This report describes a female client with phantom limb pain (PLP), who was successfully treated by eye movement desensitization and reprocessing (EMDR) using a PLP protocol, as well as her cerebral activi-ties, measured by near-infrared spectroscopy (NIRS), throughout the therapeutic session. She suffered from paralysis in the left lower limb because of sciatic nerve damage caused by a surgical accident, in which she awoke temporarily from anesthesia during surgery and felt intense fear. When recalling this experience, the superior temporal sulcus was activated. However, at the end of the session, her PLP was almost eliminated, with a generalized decrease in cerebral blood flow. This case suggests the possibility of involvement of a posttraumatic stress disorder (PTSD)-like mechanism in the pathogenesis of PLP, as well as the possible efficacy of EMDR for this type of PLP.

The effectiveness of EMDR therapy in treating veterans diagnosed with PTSD was evaluated in this study using two treatment formats: intensive daily EMDR treatment provided twice a day during a 10-day period and a second format of one session each week. The study used archived outcome data previously collected and stored at Soldier Center. Both formats provided 18–20 treatment sessions of EMDR therapy to veterans diagnosed with PTSD that included dissociative exhibitions and moral injury issues. Questions addressed included: (1) does EMDR therapy administered twice daily ameliorate veterans’ PTSD symptoms; (2) does EMDR therapy administered twice daily provide equivalent outcome results as EMDR therapy administered weekly for 18–20 sessions; and (3) does the treatment outcome persist. The effectiveness of the weekly treatment group was also evaluated. Both groups’ results were assessed at pre-treatment, post-treatment and 1-year follow-up. The results indicated that both weekly treatment and intensive daily treatment groups produced statistically significant treatment effects (p < 0.001) that were maintained at 1-year follow-up. The10-day EMDR intensive daily treatment (EMDR therapy twice a day for 10 days) produced a similar outcome as to that of the weekly treatment with a 1-year follow-up. Results support the effectiveness of EMDR therapy when offered in both weekly treatment format as well as the intensive 10-day format on an outpatient basis. While recognizing the limitations of this study the results are significant to warrant additional research.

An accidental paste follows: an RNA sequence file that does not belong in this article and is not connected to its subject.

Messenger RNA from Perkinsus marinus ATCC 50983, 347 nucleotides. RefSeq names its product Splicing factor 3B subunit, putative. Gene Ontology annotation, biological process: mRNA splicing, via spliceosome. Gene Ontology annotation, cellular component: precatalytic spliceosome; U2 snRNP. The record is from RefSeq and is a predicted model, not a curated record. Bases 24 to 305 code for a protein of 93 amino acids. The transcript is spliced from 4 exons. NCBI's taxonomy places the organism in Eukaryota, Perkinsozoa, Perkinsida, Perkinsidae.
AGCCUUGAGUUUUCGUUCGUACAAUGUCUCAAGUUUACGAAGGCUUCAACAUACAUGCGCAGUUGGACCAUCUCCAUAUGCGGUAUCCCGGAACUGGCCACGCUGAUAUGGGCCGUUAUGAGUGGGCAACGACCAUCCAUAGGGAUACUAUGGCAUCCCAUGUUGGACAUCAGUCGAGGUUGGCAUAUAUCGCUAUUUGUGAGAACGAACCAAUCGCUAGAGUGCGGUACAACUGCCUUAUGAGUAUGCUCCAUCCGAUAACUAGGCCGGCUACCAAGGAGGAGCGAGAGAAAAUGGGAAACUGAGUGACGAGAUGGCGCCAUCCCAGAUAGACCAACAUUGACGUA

Keywords: EMDR, PTSD, daily-treatment, moral injury, phantom limb pain, complex-PTSD

Recent EMDR Research Publications